Schilling Tax Day Statement In Support of Pro-Growth Reform PDF Print E-mail
News Releases - Business, Economy & Finance
Written by Andie Pivarunas   
Wednesday, 18 April 2012 09:01

Washington, DC – Congressman Bobby Schilling (IL-17) released the following statement today – Tax Day – in advance of the House of Representatives’ Thursday vote on H.R. 9, the Small Business Tax Cut Act:

“As we file our tax returns, Illinoisans feel the pinch of the tax increases imposed on them last year by state lawmakers in Springfield.  We were told these taxes would be used to pay Illinois’ debts and prevent budget deficits down the line, but the truth, as many of us feared, is that these tax hikes have done nothing to help our state.  Illinois’ unemployment has remained above nine percent since March of 2009, and our state currently has the lowest credit rating of all 50 states.  

“Thanks to the Illinois tax hikes and rising gas prices, our small businesses are cash-strapped and can currently face federal tax rates as high as 35 percent.  As a small business owner myself, I know that pain all too well.  Further, Americans spend more than $160 billion and over six billion hours a year filing their taxes, mostly when trying to figure out the various deductions and credits that are available.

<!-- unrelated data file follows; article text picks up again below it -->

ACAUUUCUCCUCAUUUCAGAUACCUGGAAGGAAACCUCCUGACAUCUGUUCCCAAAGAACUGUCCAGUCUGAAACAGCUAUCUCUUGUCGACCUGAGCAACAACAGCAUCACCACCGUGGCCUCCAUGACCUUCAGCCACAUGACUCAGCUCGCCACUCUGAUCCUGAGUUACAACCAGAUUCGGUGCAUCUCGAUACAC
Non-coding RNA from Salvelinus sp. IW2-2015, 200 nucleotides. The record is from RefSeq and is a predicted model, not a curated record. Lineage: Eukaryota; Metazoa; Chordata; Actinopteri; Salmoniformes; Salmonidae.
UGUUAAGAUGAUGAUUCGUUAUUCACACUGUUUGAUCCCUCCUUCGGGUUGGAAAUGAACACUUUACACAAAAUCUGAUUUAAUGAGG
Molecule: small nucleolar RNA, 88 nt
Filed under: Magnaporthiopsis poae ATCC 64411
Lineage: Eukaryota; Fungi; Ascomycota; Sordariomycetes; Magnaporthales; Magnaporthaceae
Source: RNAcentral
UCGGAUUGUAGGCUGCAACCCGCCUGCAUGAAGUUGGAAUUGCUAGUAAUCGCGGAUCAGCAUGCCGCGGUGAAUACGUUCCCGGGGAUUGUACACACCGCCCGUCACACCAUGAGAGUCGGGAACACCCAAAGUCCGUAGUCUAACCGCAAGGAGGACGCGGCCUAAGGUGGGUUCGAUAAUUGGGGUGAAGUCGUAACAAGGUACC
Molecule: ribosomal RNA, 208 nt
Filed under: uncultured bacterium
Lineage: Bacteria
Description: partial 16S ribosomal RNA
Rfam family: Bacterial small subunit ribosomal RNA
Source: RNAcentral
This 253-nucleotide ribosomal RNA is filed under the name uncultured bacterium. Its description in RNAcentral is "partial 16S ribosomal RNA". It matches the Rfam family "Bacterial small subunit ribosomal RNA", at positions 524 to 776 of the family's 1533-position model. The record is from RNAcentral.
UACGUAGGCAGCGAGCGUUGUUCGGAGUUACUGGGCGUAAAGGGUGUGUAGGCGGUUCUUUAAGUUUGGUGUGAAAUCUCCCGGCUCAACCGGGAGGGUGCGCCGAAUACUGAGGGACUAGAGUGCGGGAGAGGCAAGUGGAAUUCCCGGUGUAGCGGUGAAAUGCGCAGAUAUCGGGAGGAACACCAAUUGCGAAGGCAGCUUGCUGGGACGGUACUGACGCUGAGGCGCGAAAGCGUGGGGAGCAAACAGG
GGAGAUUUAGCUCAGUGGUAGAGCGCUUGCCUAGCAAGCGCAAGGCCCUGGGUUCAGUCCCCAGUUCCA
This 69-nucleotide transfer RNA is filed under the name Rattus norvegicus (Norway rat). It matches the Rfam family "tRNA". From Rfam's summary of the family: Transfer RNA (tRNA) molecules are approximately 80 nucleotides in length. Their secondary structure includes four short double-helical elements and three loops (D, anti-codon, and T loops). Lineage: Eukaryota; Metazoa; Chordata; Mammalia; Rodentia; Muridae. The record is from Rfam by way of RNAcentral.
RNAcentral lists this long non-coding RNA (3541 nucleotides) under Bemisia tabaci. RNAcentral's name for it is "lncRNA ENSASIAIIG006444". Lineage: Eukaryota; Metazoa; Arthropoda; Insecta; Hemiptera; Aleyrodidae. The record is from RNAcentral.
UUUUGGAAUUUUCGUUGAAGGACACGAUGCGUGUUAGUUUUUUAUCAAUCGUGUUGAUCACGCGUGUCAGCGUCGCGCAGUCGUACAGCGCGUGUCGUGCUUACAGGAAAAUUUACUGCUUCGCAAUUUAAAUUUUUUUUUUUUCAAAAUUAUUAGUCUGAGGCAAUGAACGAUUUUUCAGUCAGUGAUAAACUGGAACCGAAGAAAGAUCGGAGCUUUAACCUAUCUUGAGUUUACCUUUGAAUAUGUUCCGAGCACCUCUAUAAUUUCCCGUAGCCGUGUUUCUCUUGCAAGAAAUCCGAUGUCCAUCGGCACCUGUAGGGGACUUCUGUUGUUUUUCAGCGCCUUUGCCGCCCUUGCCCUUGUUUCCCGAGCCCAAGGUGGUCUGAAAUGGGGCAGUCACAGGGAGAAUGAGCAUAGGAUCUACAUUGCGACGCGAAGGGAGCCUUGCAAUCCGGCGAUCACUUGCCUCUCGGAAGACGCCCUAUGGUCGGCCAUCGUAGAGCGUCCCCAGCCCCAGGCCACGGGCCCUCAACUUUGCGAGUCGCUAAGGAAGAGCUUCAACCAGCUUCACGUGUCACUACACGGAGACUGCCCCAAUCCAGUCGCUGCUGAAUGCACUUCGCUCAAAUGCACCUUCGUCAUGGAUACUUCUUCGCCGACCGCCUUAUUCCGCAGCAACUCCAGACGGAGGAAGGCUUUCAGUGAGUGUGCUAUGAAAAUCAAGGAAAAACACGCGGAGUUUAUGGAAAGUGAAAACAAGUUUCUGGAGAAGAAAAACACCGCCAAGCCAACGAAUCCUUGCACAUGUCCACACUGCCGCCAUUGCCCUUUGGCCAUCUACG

“There’s broad, bipartisan support for pro-growth tax reform that simplifies the tax code, brings down rates, broadens the base, and closes loopholes.  Rather than advancing partisan and unserious show votes – votes on policies that don’t lower gas prices, don’t encourage economic and job growth, and don’t impact our deficit – we in the House want to ensure more opportunities for job seekers and job creators, and make our tax code fairer, flatter, and simpler.  We want to cut wasteful spending and debt, and help small business owners grow both jobs and paychecks by providing them with tax relief.  I truly believe we can and must work together to get this done.  Illinoisans deserve policies that promote growth and opportunity, not more taxes, borrowing, and spending.”

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